Senior Exercise Tips

Exercise Tips For Seniors With Limited Mobility And Chronic Ailments

Exercise and diet are the foundations of a healthy lifestyle — whether you’re younger or more mature. But if you’re older and require the use of a wheelchair or suffer from chronic ailments such as arthritis or osteoporosis, a consistent fitness routine may fall at the bottom of your priority list.

“Immobility is detrimental because you’re going to get weaker, less flexible and deconditioned, and exercise essentially is the antidote to that,” said Kyle Larsen, a Physical Therapist and Clinic Manager at 3D Physical Therapy based in Dallas, Texas. The outpatient physical therapy clinic specializes in evaluating, treating and rehabilitating patients of all ages with musculoskeletal and movement disorders.

There’s no denying the physical and mental benefits of exercising, especially in a world where there are myriad advertisements, doctors and trainers preaching its advantages. And Capital Senior Living communities across the country recognize this fact as well. We challenge our residents by offering wellness, walking, balance and exercise classes on a regular basis.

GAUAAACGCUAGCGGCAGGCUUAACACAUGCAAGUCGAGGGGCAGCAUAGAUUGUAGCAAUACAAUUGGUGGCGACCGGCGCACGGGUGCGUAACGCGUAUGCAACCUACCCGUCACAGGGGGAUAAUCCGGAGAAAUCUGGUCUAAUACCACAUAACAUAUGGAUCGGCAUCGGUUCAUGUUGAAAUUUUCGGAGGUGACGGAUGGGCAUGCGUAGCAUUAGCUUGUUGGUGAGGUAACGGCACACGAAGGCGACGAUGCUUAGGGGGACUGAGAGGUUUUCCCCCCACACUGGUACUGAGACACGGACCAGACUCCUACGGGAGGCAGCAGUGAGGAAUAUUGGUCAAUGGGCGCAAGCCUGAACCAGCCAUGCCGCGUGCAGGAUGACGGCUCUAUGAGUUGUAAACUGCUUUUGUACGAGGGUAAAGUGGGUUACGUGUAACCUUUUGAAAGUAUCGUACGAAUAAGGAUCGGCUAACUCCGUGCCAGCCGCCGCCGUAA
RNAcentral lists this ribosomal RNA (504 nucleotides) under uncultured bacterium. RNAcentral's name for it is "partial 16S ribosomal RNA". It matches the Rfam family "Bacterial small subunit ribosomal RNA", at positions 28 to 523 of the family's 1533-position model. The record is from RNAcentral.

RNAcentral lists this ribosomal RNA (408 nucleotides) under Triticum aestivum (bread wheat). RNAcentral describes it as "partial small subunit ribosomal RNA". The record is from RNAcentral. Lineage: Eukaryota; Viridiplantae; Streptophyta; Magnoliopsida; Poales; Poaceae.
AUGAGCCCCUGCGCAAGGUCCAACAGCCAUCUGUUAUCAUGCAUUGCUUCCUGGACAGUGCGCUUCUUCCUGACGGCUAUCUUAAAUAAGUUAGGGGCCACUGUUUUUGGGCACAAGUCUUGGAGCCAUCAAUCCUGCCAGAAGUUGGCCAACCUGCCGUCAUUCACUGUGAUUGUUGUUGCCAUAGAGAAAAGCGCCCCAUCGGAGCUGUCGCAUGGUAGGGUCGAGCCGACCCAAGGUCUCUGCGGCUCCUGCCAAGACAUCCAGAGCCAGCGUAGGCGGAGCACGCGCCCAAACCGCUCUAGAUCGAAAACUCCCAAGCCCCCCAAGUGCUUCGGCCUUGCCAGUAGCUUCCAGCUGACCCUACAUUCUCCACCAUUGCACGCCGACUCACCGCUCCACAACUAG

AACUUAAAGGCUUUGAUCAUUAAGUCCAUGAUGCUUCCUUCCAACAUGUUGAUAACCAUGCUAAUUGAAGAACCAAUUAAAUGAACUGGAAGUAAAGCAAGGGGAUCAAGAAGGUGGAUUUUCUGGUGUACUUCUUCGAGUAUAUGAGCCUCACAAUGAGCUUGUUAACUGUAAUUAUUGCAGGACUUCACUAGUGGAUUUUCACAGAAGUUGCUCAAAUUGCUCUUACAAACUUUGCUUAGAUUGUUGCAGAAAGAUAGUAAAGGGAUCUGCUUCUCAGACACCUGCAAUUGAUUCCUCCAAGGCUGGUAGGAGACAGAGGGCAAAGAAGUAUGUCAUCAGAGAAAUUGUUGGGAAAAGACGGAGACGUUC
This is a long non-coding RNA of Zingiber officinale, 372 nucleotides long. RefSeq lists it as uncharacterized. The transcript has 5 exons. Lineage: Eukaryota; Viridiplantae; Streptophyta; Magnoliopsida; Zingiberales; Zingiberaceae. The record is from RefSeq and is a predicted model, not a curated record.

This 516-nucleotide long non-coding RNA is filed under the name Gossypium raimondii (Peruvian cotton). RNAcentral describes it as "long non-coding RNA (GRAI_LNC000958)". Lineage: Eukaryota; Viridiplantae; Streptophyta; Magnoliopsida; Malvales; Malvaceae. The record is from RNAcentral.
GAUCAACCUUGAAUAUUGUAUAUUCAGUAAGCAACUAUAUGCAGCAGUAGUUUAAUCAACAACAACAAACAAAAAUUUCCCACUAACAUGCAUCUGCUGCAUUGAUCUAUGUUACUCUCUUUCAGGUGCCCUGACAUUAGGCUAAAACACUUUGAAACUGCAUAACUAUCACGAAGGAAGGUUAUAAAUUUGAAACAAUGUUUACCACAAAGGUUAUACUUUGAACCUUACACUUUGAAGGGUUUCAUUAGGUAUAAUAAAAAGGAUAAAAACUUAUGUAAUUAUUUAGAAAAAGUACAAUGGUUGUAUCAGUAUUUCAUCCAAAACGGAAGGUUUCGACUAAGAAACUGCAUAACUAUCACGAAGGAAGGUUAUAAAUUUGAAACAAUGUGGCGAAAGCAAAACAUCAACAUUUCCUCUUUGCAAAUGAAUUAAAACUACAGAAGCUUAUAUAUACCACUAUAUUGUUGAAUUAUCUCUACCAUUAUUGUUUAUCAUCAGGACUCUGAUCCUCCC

With guidance from Larsen, we’ve compiled a few tips and exercises that can help you lead a healthier life.

Tips

Put On Exercise Clothes: This seems like a no-brainer, but think about it. When contemplating whether to work out, you’re most likely wearing normal clothes. If you block out those unmotivated thoughts and push yourself to slip on a running shirt and lace up some tennis shoes, you’ll enter a completely different state of mind. It’ll give you an extra boost of inspiration to maintain your routine and perform more effectively during workouts.

Warm Up: No matter what age you are, stretching should be the first thing you do when starting any workout. It warms up the muscles, improves flexibility and makes it easier to carry out everyday movements such as reaching for a dropped item on the floor.